Male birth control shows promise in mice

A safe and effective male birth control pill may be inching closer to reality, according to researchers. More>>

Graphic warnings on cigarette packs may cut smoking rates

Pictures of diseased lungs and other types of graphic warning labels on cigarette packs could cut the number of smokers in the United States by as much as 8.6 million people. More>>

Coping tips for winter skin

The cold, dry air of winter can deplete your skin of moisture and cause "winter itch." More>>

Regrets about sex may depend on your gender

If remorse over sex strikes a man or a women, he'll likely regret a lost opportunity while she'll fret over a one-night stand, a new study shows. More>>

Talking openly with partner linked to HIV testing in teens

Teens who are in committed relationships and have good communication with their partner are among those most likely to get tested for HIV, a new study finds. More>>

Want to stay young? Start moving

A new study finds that exercise among older adults helps ward off depression, dementia and other health problems, such as heart disease, cancer and diabetes. More>>

Could good manners help spur holiday weight gain?

Politeness and consideration for fellow diners could play a role in holiday weight gain, a new study suggests. More>>

Cash incentives spur poor to buy healthier foods

A recent program encouraged healthy eating by offering extra spending power to poor people who get government assistance to buy food. The only catch: They had to purchase healthier types of food at farmers' markets. More>>

Sodas, other sweet drinks tied to higher risk for endometrial cancer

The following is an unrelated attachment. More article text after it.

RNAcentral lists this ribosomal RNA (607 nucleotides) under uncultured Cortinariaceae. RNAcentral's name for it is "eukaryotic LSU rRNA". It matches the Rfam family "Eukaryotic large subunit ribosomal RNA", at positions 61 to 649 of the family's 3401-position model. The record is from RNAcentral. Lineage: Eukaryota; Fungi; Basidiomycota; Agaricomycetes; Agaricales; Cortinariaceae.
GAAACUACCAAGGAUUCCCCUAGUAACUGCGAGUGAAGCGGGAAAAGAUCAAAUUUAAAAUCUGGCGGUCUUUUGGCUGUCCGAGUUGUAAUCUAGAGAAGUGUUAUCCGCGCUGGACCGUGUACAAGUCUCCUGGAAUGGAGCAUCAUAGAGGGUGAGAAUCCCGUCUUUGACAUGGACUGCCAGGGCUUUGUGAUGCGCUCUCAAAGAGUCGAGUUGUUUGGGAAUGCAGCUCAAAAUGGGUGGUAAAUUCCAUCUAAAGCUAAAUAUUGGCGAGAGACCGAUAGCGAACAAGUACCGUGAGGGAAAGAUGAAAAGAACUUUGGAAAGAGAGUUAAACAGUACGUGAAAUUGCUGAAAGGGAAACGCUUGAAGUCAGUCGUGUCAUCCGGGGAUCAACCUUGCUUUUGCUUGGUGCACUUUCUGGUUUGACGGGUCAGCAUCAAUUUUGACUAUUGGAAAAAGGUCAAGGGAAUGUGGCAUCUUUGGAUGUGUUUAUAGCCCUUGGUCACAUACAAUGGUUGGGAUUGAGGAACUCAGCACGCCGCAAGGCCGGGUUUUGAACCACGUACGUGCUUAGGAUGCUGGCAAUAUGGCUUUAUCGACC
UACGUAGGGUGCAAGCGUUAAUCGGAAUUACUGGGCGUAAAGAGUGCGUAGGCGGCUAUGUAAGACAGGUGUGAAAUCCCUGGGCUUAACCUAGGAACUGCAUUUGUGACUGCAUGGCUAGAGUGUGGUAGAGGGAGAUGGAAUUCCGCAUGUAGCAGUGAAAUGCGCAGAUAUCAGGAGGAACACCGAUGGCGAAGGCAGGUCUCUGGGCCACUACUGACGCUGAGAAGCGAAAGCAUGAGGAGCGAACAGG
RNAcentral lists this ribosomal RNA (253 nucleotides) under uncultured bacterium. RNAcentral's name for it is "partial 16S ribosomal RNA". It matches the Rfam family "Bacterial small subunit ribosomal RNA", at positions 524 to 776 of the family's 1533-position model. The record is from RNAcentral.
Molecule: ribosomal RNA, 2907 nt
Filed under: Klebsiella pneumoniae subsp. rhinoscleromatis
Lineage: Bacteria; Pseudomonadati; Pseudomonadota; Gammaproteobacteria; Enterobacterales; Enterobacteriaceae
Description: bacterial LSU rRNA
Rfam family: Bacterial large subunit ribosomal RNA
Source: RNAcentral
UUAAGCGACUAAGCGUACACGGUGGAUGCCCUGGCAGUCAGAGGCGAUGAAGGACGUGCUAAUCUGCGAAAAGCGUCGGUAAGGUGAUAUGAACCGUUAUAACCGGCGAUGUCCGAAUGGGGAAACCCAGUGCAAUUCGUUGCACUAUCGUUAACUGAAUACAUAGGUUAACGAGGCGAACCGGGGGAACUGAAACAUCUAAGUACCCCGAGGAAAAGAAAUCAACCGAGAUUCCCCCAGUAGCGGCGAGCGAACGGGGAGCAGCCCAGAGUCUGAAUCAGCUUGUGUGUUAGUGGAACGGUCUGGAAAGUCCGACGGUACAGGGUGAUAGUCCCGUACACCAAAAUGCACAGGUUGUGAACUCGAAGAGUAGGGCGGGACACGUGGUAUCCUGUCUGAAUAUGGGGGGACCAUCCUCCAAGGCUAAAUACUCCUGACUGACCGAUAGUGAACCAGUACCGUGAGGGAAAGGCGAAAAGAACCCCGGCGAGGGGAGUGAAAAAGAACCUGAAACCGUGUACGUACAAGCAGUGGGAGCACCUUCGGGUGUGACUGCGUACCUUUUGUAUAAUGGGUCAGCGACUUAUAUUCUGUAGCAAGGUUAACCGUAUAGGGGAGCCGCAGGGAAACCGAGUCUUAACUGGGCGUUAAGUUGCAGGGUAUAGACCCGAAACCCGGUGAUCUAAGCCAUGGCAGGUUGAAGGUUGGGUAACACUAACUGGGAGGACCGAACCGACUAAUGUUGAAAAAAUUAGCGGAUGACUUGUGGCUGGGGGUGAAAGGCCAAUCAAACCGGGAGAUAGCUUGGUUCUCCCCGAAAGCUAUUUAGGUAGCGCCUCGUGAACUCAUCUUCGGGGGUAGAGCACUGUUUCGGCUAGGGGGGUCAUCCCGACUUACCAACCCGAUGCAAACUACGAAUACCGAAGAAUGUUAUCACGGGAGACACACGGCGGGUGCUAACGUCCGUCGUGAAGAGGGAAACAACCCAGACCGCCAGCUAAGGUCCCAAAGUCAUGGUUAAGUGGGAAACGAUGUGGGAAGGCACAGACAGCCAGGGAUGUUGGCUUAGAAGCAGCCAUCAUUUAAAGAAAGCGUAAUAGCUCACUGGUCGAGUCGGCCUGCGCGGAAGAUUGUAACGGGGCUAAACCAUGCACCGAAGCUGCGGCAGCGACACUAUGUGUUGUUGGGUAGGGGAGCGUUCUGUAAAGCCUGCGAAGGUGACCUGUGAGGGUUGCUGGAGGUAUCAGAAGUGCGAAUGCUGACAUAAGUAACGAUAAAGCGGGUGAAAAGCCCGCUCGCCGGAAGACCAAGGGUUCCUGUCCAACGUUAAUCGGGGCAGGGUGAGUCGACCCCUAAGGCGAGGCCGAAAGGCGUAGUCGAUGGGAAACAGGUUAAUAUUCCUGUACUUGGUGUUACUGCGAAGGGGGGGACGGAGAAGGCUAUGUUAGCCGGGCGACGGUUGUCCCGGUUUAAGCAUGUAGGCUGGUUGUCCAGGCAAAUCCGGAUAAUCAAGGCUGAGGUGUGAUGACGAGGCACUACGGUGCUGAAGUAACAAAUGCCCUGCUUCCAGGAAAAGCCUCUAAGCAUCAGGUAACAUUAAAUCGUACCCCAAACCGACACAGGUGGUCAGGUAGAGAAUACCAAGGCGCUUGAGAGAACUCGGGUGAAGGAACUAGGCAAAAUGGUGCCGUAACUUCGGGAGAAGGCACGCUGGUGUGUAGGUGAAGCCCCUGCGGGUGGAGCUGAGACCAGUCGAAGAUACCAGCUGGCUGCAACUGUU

Older women who drink lots of soda and other sugary beverages may be at higher risk for endometrial cancer, a new study suggests. More>>

Steady sleep schedule may help keep weight off

Women who go to bed and wake up at regular times tend to maintain a healthy weight, a new study suggests. More>>

Healthy lifestyle may mean healthy pregnancy

Certain lifestyle factors may improve women's chances of having a healthy pregnancy, according to a new study. More>>

How to be grateful during the holidays -- and all year long

There’s nothing like gathering with loved ones around a bountiful holiday table to make us count our blessings. But giving thanks shouldn’t be something we only practice once a year. More>>

Your afternoon coffee might trigger a bad night's sleep

Bad news for caffeine addicts: That midday coffee pick-me-up might increase your odds for a sleepless night, new research shows. More>>

Could elite athletes have lower risk for diabetes?

Being an elite athlete, especially in an endurance sport, may help protect men against Type 2 diabetes later in life, a small new study finds. More>>